Virtualization: Another Aspect of Green IT
- By Rutrell Yasin
- December 8, 2008
As IT managers develop strategies and deploy technologies to reduce power consumption
in their facilities, they recognize virtualization does not only reduce server
sprawl, it can also save energy.
The spotlight was on the benefits of virtualization and its impact on datacenter
and server consolidation this week at The Green Computing Summit held by 1105
Government Information Group.
Virtualization can make a single physical resource -- such as a server, operating
system or storage device -- appear to function as multiple resources, or it
can make multiple physical resources appear as a single resource.
Server consolidation is what got Fulton County, Ga. into virtualization, but
now the county is reaping the benefits in training, testing, high availability/disaster
recovery and, eventually, in virtual desktop infrastructure, said Jay Terrell,
chief technology officer and deputy director of IT for the county.
The county has more than 200 Wintel servers, dozens of Unix/Linux systems,
midrange and mainframes systems, and 6,000 PCs. IT supports about 5,500 end
users and 42 departments, Terrell said during a session on virtualization and
moving beyond consolidation.
The county discovered it had a lot of servers that were under-utilized. "We
had a bunch of servers not doing much," Terrell said. The county identified
125 candidates for virtualization and selected 31 servers. All of those servers
will be virtualized by the end of the year. They have also brought on 48 new
virtual production servers.
"With a virtual environment, we can create any server in the datacenter" except
for those that aren't applicable for virtualization, such as some telecommunication
systems, he said.
IT can perform proof-of-concept testing for application and operating system
upgrades before putting them into production environments, Ferrell said.
Virtualization has helped the county more effectively address disaster recovery
and high-availability issues.
"We don't have the money to do a mirrored data-center, so we've focused on
replicating data in real time to an offsite location," Terrell said. Then, the
question came up of how the county would bring up the number of servers it would
need during a disaster. "So we've used virtualization as a way to recreate a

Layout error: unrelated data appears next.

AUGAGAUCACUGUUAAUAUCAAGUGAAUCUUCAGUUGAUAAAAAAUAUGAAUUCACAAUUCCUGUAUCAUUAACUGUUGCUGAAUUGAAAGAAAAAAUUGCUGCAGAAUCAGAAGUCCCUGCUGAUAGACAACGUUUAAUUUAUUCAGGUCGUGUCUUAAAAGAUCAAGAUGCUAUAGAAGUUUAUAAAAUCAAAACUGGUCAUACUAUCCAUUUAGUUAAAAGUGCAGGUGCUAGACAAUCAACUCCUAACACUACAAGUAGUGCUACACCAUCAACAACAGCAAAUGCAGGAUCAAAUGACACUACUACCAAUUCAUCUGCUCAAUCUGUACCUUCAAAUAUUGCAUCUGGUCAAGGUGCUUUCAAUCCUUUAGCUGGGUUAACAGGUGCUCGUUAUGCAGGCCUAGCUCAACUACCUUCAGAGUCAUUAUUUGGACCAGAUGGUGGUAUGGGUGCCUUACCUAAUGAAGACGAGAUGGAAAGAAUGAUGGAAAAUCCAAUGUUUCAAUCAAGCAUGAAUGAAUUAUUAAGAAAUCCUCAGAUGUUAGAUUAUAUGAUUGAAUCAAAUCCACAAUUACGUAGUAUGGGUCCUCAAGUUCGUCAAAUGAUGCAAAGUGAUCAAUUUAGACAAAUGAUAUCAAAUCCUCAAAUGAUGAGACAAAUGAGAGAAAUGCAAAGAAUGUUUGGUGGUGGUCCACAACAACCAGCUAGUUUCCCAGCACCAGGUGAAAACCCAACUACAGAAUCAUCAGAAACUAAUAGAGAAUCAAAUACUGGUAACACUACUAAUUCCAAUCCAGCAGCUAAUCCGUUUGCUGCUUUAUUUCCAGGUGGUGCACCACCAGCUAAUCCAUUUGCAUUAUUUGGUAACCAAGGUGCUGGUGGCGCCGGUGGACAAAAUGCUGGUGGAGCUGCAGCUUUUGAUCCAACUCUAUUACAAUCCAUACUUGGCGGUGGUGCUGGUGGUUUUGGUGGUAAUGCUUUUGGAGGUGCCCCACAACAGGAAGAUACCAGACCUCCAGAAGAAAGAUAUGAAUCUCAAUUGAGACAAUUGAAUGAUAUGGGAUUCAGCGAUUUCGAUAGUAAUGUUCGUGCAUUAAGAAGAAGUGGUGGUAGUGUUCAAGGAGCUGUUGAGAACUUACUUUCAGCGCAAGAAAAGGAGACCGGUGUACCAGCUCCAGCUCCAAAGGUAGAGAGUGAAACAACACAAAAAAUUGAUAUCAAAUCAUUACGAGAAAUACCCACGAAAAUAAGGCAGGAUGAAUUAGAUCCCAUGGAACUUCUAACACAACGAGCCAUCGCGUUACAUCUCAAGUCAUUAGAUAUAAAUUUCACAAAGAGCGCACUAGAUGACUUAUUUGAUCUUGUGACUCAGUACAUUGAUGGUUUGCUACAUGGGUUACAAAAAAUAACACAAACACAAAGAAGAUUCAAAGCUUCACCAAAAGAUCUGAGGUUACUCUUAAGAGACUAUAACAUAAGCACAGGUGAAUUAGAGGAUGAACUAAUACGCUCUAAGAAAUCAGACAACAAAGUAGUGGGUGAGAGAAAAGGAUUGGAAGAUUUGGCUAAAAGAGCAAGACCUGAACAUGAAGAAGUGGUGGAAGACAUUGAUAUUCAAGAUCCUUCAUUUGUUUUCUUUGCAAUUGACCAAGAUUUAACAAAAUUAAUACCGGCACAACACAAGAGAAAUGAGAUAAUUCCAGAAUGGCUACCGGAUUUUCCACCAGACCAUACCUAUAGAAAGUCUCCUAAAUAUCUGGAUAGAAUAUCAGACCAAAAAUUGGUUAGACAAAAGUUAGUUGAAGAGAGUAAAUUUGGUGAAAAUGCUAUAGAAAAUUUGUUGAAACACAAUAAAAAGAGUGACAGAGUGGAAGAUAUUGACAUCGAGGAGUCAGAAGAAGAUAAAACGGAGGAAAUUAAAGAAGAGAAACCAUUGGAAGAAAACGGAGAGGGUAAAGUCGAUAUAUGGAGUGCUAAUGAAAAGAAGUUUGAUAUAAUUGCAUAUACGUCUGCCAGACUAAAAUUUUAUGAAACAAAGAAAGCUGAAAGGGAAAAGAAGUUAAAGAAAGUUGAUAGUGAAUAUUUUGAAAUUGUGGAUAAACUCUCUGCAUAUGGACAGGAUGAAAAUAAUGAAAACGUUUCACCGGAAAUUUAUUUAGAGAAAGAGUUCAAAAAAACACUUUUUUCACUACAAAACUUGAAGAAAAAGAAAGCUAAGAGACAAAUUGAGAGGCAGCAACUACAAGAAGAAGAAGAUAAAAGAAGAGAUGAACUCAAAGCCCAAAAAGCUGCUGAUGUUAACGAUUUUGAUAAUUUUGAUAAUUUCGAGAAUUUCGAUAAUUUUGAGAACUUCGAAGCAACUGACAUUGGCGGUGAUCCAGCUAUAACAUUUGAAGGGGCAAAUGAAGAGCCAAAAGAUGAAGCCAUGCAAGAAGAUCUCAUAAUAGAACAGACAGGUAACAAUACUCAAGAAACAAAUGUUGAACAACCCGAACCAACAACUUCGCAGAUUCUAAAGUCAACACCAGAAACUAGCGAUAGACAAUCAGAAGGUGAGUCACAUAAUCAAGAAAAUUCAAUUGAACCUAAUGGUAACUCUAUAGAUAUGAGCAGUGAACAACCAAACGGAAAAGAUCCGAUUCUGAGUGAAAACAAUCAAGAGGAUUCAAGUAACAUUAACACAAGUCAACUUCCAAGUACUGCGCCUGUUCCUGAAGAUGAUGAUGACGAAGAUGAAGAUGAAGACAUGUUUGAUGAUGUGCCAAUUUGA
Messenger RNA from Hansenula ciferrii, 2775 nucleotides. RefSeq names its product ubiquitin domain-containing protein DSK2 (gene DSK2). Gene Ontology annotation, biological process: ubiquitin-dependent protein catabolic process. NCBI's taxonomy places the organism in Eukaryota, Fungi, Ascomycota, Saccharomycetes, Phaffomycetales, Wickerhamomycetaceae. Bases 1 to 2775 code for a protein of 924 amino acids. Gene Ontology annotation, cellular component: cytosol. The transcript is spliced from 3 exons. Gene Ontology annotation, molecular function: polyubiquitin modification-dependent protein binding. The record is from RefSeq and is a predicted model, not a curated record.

working disaster [recovery]-type environment," he said.
Also, if a server goes down, it can be rebuilt in 10 minutes instead of four
hours. And IT doesn't have to spend extra money on hardware nor bring in the
The county will be rolling out VDI in the future, starting with 34 libraries.
The county has 700 PCs in libraries that need maintenance often. VDI will make
remote support easier and boost security on the machines, Terrell said.
Moving Toward Energy Efficiency
During a session on "Virtualization and the On-Demand Datacenter," experts gave
a glimpse of how virtualization, cloud computing and autonomic computing could
move organizations toward more energy-efficient computing.
Datacenter managers need better diagnostic tools to see what is actually going
in their facilities, said Robert Ames, deputy chief technology officer with
For instance, active energy management software can monitor and manage energy-consuming
components in IT systems and other devices in datacenters. More cooling innovation
is needed to reduce power consumption in systems. Air is an inefficient energy
coolant and, as a result, water-coolant systems are making a comeback, Ames
But a future trend that will bear watching is the union of service-oriented
architecture (SOA) and service-oriented infrastructure (SOI).
SOA focuses on efficiency in application development and reuse tied to business
processes, he said. Typically, though, the underlying infrastructure supporting
SOA is old and static.
SOI promises a more dynamic, resilient infrastructure that can provide IT services
via a pool of resources such as Web servers, application servers, database servers,
servers and storage.
"SOA and SOI need to be together. You can have each one without the other,
but they are better together," Ames said.
Autonomic computing -- the concept of a self-starting, self-configuring, self-optimizing,
self-healing and self-protecting IT system -- combined with virtualization can
be applied to save energy in datacenters, said Daniel Menasce, senior associate
dean and professor of computer science at George Mason University.
Menasce and colleagues have conducted an experiment with software-based controllers
that absorb metrics such as response time, throughput and availability from
systems. Then those metrics can be used to meet quality-of-service levels.
Virtualization combined with autonomic computing will grow in importance due
to its potential to deal with complexity and under-utilization of resources,
Rutrell Yasin is the senior technology editor of Government Computer News (GCN.com).